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Quotes About Civic Duty

Quotes tagged as "civic-duty" (showing 1-16 of 16)
John F. Kennedy
“Ask not what your country can do for you; ask what you can do for your country.”
John F. Kennedy

Theodore Roosevelt
“A vote is like a rifle: its usefulness depends upon the character of the user.”
Theodore Roosevelt

David McCullough
“To me, history ought to be a source of pleasure. It isn't just part of our civic responsibility. To me, it's an enlargement of the experience of being alive, just the way literature or art or music is."

[The Title Always Comes Last; NEH 2003 Jefferson Lecturer interview profile]”
David McCullough

Theodore Roosevelt
“Patriotism means to stand by the country. It does not mean to stand by the president or any other public official, save exactly to the degree in which he himself stands by the country. It is patriotic to support him insofar as he efficiently serves the country. It is unpatriotic not to oppose him to the exact extent that by inefficiency or otherwise he fails in his duty to stand by the country. In either event, it is unpatriotic not to tell the truth, whether about the president or anyone else.”
Theodore Roosevelt

George Washington
“Where are our Men of abilities? Why do they not come forth to save their Country?”
George Washington

Louise Penny
“Let every man shovel out his own snow, and the whole city will be passable," said Gamache. Seeing Beauvoir's puzzled expression he added, "Emerson."

"Lake and Palmer?"

"Ralph and Waldo.”
Louise Penny, A Fatal Grace

The job facing American voters… in the days and years to come is to determine
“The job facing American voters… in the days and years to come is to determine which hearts, minds and souls command those qualities best suited to unify a country rather than further divide it, to heal the wounds of a nation as opposed to aggravate its injuries, and to secure for the next generation a legacy of choices based on informed awareness rather than one of reactions based on unknowing fear.”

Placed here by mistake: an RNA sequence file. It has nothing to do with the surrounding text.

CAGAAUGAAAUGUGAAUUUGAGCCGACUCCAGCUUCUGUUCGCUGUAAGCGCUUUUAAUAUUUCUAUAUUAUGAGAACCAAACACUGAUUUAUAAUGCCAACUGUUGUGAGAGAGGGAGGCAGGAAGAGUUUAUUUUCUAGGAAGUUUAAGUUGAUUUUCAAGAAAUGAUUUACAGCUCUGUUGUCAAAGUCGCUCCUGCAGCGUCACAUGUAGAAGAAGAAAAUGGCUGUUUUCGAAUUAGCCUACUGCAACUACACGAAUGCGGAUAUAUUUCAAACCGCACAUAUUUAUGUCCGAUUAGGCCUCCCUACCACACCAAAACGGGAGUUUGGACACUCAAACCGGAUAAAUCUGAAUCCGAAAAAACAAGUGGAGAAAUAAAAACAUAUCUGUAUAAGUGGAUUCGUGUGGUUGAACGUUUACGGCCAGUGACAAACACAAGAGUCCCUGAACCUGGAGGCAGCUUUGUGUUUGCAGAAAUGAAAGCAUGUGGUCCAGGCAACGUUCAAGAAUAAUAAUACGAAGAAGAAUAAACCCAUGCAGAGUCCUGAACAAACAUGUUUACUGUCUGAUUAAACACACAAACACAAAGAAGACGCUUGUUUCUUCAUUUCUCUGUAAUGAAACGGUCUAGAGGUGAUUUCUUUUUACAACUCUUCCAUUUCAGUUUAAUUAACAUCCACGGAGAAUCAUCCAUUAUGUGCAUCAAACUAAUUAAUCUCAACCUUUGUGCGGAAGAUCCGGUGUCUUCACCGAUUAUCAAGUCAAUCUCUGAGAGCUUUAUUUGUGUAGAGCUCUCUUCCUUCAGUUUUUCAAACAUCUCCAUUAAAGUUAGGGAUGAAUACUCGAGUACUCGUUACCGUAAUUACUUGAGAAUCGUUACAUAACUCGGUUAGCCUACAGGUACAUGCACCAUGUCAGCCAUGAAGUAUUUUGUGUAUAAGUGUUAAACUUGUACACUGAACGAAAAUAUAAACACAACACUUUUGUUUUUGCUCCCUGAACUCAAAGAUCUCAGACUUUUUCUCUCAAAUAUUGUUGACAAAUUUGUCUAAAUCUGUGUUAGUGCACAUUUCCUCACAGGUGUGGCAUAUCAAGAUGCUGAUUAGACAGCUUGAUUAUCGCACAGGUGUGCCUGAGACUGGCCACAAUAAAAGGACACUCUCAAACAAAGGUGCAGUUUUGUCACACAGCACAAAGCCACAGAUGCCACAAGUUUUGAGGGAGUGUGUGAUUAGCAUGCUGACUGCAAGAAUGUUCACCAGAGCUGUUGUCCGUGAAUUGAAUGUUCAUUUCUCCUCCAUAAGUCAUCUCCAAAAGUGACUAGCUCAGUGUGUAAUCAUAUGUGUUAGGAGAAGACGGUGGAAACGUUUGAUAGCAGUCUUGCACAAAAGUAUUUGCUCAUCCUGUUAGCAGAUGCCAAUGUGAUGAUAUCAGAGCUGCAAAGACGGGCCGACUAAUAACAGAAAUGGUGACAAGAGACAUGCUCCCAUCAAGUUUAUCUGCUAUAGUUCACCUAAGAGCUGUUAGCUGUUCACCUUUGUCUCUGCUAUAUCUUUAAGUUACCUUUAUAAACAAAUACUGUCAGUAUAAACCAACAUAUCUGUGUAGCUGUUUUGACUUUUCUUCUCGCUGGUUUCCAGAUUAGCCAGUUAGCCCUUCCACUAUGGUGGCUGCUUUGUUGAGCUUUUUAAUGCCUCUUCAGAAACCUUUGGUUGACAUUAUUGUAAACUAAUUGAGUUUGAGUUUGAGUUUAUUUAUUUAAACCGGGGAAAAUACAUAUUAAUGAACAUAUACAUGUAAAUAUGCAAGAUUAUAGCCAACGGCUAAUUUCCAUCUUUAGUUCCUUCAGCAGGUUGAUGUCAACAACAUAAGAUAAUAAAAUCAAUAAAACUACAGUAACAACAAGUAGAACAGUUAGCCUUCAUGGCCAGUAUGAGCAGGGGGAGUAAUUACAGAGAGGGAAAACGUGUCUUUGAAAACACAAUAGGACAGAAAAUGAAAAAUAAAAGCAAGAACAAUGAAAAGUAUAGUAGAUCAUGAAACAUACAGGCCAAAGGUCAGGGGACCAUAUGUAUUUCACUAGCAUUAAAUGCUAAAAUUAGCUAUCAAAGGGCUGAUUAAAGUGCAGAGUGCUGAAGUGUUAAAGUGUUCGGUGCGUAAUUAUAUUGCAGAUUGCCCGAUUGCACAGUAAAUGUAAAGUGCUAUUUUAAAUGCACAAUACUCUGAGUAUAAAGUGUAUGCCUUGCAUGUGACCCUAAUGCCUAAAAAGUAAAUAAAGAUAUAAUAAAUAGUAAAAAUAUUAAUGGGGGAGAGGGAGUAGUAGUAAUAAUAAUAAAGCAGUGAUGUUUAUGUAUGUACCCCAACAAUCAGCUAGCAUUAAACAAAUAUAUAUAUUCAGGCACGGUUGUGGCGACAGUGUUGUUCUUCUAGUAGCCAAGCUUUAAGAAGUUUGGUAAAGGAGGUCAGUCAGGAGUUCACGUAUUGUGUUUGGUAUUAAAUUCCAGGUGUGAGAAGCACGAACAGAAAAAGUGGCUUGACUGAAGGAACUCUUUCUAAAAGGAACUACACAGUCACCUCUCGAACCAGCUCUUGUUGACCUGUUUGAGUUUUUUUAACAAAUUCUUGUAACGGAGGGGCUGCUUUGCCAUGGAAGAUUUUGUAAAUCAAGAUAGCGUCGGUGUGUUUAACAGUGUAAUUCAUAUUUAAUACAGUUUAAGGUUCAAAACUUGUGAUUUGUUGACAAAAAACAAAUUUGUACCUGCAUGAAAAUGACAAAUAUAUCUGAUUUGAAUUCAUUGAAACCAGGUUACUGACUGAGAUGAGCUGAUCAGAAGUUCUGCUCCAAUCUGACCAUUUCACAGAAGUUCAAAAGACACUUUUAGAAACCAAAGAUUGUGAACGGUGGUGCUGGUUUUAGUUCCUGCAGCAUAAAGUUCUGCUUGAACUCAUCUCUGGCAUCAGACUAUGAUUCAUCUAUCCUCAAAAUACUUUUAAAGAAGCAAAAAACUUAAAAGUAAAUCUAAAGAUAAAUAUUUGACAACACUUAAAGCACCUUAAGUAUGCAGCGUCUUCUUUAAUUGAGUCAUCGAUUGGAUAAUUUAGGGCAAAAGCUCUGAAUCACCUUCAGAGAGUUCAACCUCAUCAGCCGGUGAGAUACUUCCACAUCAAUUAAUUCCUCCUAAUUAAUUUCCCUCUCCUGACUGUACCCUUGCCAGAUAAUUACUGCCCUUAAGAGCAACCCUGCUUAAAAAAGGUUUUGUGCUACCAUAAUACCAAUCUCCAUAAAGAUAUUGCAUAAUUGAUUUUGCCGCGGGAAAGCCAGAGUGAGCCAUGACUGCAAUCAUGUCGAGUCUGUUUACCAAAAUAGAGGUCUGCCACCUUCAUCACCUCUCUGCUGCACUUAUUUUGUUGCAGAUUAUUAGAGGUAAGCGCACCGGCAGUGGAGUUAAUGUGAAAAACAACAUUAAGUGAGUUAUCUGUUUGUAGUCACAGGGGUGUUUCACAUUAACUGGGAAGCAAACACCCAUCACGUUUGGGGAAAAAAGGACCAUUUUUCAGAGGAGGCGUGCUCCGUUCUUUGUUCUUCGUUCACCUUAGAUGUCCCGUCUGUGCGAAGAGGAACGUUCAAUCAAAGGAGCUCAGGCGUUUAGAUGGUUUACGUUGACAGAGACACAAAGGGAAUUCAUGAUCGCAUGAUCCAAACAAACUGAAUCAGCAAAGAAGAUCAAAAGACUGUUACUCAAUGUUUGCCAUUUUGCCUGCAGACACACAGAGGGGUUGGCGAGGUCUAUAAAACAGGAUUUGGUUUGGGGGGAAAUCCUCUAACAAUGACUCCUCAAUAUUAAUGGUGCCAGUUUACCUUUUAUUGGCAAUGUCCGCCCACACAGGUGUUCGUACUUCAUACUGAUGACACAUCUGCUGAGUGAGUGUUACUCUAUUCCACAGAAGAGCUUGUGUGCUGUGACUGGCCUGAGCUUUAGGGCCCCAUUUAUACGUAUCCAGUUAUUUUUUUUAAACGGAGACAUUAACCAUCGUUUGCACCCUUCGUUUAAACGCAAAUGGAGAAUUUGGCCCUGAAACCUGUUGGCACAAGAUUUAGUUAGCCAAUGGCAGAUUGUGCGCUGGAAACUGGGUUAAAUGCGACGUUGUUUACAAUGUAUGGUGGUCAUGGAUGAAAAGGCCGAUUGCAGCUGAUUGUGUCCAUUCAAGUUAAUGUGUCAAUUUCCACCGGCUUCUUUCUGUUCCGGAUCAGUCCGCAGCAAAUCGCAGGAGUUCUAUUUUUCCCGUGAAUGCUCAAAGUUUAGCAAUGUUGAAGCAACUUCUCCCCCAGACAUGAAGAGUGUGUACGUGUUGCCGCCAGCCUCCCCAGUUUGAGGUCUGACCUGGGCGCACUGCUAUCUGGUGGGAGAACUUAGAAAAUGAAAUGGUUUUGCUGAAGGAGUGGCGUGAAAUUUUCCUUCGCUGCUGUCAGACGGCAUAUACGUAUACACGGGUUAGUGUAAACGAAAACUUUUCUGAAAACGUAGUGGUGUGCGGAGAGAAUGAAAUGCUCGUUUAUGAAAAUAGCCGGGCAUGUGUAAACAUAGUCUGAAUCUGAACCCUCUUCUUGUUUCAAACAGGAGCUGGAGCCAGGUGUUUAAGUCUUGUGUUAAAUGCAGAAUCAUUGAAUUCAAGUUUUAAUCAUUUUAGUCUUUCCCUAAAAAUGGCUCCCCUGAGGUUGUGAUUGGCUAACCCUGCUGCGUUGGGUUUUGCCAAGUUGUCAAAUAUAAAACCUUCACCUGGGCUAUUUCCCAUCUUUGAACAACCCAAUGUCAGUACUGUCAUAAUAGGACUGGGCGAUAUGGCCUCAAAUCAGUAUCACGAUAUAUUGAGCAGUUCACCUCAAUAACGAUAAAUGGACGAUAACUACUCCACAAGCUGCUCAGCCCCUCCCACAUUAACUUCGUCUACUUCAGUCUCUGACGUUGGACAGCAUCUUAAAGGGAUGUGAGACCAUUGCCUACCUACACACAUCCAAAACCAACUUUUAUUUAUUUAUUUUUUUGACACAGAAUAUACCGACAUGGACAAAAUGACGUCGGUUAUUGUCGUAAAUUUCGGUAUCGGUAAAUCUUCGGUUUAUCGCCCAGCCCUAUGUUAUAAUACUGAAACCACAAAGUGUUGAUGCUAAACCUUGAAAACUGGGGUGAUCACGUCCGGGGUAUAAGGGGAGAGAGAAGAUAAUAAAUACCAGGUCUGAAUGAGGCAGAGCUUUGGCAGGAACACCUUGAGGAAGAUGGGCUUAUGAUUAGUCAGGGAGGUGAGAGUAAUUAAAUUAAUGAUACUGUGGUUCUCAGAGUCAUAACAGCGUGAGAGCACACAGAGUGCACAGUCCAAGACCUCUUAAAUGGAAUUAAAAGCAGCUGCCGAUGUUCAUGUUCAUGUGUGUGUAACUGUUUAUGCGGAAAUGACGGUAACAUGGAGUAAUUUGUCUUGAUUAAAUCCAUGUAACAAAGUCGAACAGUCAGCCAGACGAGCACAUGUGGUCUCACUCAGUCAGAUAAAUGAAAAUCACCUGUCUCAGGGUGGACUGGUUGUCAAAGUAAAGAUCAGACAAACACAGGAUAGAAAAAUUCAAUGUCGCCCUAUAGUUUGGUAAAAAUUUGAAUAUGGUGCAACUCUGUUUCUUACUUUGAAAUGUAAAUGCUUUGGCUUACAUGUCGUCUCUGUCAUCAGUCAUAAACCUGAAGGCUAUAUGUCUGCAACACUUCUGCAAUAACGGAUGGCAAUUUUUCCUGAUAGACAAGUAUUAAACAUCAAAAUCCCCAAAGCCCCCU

Aberjhani, Illuminated Corners: Collected Essays and Articles Volume I.

Alain de Botton
“Paying tax should be framed as a glorious civic duty worthy of gratitude - not a punishment for making money.”
Alain de Botton

Adlai E. Stevenson II
“Patriotism is not short, frenzied outbursts of emotion, but the tranquil and steady dedication of a lifetime.”
Adlai E. Stevenson II

Robert Peate
“The state is a voluntary association of individuals designed to serve their individual interests. The state is not a faceless villain. The state is all of us. But freedom does not mean the freedom to commit violence. Violence includes direct and indirect action; i.e., it is just as violent to cause someone to starve to death by withholding aid as it is to shoot him, only sneakier.”
Robert Peate

Elyse M. Fitzpatrick
“Some parents live more like reclusive monks than like first-century Christians who were famous for their love for and service within their cities, cities that in many cases were more overtly wicked than cities found in modern-day America.”
Elyse M. Fitzpatrick, Give Them Grace: Dazzling Your Kids with the Love of Jesus

Lyndon B. Johnson
“People do not come out to vote for a United States Senator. They come out to vote for the Sheriff or the County Commissioner.”
Lyndon B. Johnson

“The generation of American men who fought the Second World War were too struck by the scale of the effort – and the stakes of the effort – to see the war as a stage for their own personal heroism. Most men seem to have taken the lesson that there's enough honor in doing a hard job when you have to.”
Jeremy Rabkin

Peter Ackroyd
“The people had once created the city. The city now created the people, or, more exactly, the people of Venice now identified themselves more in terms of the city. The private had become public.”
Peter Ackroyd, Venice: Pure City

Joseph J. Ellis
“It was no accident that the beau ideal of his (John Adams') political philosophy was balance, since he projected onto the world the conflicting passions he felt inside himself and regarded government as the balancing mechanism that prevented those factions and furies from spending out of control.”
Joseph J. Ellis, Revolutionary Summer: The Birth of American Independence

Doris Kearns Goodwin
“Theodore Roosevelt's father wrote him, "I fear for your future. We cannot stand so corrupt a government for any great length of time.”
Doris Kearns Goodwin, The Bully Pulpit: Theodore Roosevelt, William Howard Taft, and the Golden Age of Journalism

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